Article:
This means that persistence is an other way to choose a server from a farm, as load-balancing algorithm does.
Actually, session persistence has precedence over load-balancing algorithm.
Let’s show this on a diagram:
Client request | V HAProxy Frontend | V backend choice | V HAproxy Backend | V Does the request contain persistence information --------- | | | NO | V | Server choice by | YES load-balancing algorithm | | | V | Forwarding request <---------- to the server
Which means that when doing session persistence in a load balancer, the following happens:
  1. the first user’s request comes in without session persistence information
  2. the request bypass the session persistence server choice since it has no session persistence information
  3. the request pass through the load-balancing algorithm, where a server is chosen and affected to the client
  4. the server answers back, setting its own session information
  5. depending on its configuration, the load-balancer can either use this session information or setup its own before sending the response back to the client
  6. the client sends a second request, now with session information he learnt during the first request
  7. the load-balancer choose the server based on the client side information
  8. the request DOES NOT PASS THROUGH the load-balancing algorithm
  9. the server answers the request
and so on…
At HAProxy Technologies we say that “Persistence is a exception to load-balancing“.
And the demonstration is just above.


Affinity configuration in HAProxy / Aloha load-balancer

The configuration below shows how to do affinity within HAProxy, based on client IP information:

frontend ft_web
    bind 0.0.0.0:80
    default_backend bk_web
backend bk_web
    balance source
    hash-type consistent # optional
    server s1 192.168.10.11:80 check
    server s2 192.168.10.21:80 check


Web application persistence
In order to provide persistence at application layer, we usually use Cookies.
As explained previously, there are two ways to provide persistence using cookies:
  • Let the load-balancer set up a cookie for the session.
  • Using application cookies, such as ASP.NET_SessionId, JSESSIONID, PHPSESSIONID, or any other chosen name
The configuration below shows how to configure HAProxy / Aloha load balancer to inject a cookie in the client browser:

frontend ft_web
    bind 0.0.0.0:80
    default_backend bk_web
backend bk_web
    balance roundrobin
    cookie SERVERID insert indirect nocache
    server s1 192.168.10.11:80 check cookie s1
    server s2 192.168.10.21:80 check cookie s2
   
Two things to notice:

1/ the line “cookie SERVERID insert indirect nocache”:
This line tells HAProxy to setup a cookie called SERVERID only if the user did not come with such cookie. It is going to append a “Cache-Control: nocache” as well, since this type of traffic is supposed to be personnal and we don’t want any shared cache on the internet to cache it
2/ the statement “cookie XXX” on the server line definition:
It provides the value of the cookie inserted by HAProxy. When the client comes back, then HAProxy knows directly which server to choose for this client.

So what happens?
1/ At the first response, HAProxy will send the client the following header, if the server chosen by the load-balancing algorithm is s1:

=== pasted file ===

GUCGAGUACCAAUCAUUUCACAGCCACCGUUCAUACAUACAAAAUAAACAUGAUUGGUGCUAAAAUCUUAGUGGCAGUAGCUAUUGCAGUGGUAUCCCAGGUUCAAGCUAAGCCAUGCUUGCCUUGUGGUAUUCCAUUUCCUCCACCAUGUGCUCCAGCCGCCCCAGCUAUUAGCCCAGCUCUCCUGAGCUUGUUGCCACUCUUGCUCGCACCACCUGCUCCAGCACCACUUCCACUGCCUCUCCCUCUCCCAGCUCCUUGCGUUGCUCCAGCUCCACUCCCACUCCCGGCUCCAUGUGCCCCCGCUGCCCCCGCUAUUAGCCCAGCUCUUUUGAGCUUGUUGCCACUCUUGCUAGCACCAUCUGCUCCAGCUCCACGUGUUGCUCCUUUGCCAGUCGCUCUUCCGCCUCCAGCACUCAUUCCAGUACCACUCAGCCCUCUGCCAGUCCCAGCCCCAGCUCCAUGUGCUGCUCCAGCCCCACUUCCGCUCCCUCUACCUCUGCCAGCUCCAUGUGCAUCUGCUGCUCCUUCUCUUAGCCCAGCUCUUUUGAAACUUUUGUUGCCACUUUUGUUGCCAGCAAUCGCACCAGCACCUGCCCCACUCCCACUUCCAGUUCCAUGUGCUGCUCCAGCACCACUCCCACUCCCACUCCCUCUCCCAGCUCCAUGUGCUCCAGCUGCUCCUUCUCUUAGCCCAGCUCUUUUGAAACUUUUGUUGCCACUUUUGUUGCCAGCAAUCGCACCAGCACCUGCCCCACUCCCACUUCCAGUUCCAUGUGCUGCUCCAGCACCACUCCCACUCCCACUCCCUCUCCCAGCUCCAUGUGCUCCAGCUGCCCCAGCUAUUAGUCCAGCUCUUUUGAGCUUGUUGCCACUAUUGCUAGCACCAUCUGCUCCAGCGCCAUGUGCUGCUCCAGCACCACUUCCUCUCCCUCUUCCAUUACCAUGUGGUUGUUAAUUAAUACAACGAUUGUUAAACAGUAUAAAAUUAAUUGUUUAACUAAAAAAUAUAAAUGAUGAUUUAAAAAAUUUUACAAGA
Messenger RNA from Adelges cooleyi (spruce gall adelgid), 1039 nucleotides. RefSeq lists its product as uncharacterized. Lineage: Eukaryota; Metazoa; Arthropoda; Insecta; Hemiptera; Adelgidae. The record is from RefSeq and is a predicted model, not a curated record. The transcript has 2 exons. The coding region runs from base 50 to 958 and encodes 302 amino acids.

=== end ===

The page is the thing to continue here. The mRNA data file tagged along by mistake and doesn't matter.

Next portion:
Set-Cookie: SERVERID=s1

2/ For the second request, the client will send a request containing the header below:
Cookie: SERVERID=s1
Basically, this kind of configuration is compatible with active/active Aloha load-balancer cluster configuration.

The configuration below shows how to configure HAProxy / Aloha load balancer to use the cookie setup by the application server to maintain affinity between a server and a client:
frontend ft_web
    bind 0.0.0.0:80
    default_backend bk_web
backend bk_web
    balance roundrobin
    cookie JSESSIONID prefix nocache
    server s1 192.168.10.11:80 check cookie s1
    server s2 192.168.10.21:80 check cookie s2
Just replace JSESSIONID by your application cookie. It can be anything, like the default ones from PHP and IIS: PHPSESSID and ASP.NET_SessionId.


So what happens?

1/ At the first response, the server will send the client the following header
[sourcecode language=”text”]Set-Cookie: JSESSIONID=i12KJF23JKJ1EKJ21213KJ[/sourcecode]

2/ when passing through HAProxy, the cookie is modified like this:
Set-Cookie: JSESSIONID=s1~i12KJF23JKJ1EKJ21213KJ

Note that the Set-Cookie header has been prefixed by the server cookie value (“s1” in this case) and a “~” is used as a separator between this information and the cookie value.

3/ For the second request, the client will send a request containing the header below:
Cookie: JSESSIONID=s1~i12KJF23JKJ1EKJ21213KJ

4/ HAProxy will clean it up on the fly to set it up back like the origin:
Cookie: JSESSIONID=i12KJF23JKJ1EKJ21213KJ

Basically, this kind of configuration is compatible with active/active Aloha load-balancer cluster configuration.

What happens when my server goes down???

When doing persistence, if a server goes down, then HAProxy will redispatch the user to an other server.
Since the user will get connected on a new server, then this one may not be aware of the session, so be redirected to the login page.
But this is not a load-balancer problem, this is related to the application server farm.



Source: https://www.haproxy.com/blog/load-balancing-affinity-persistence-sticky-sessions-what-you-need-to-know/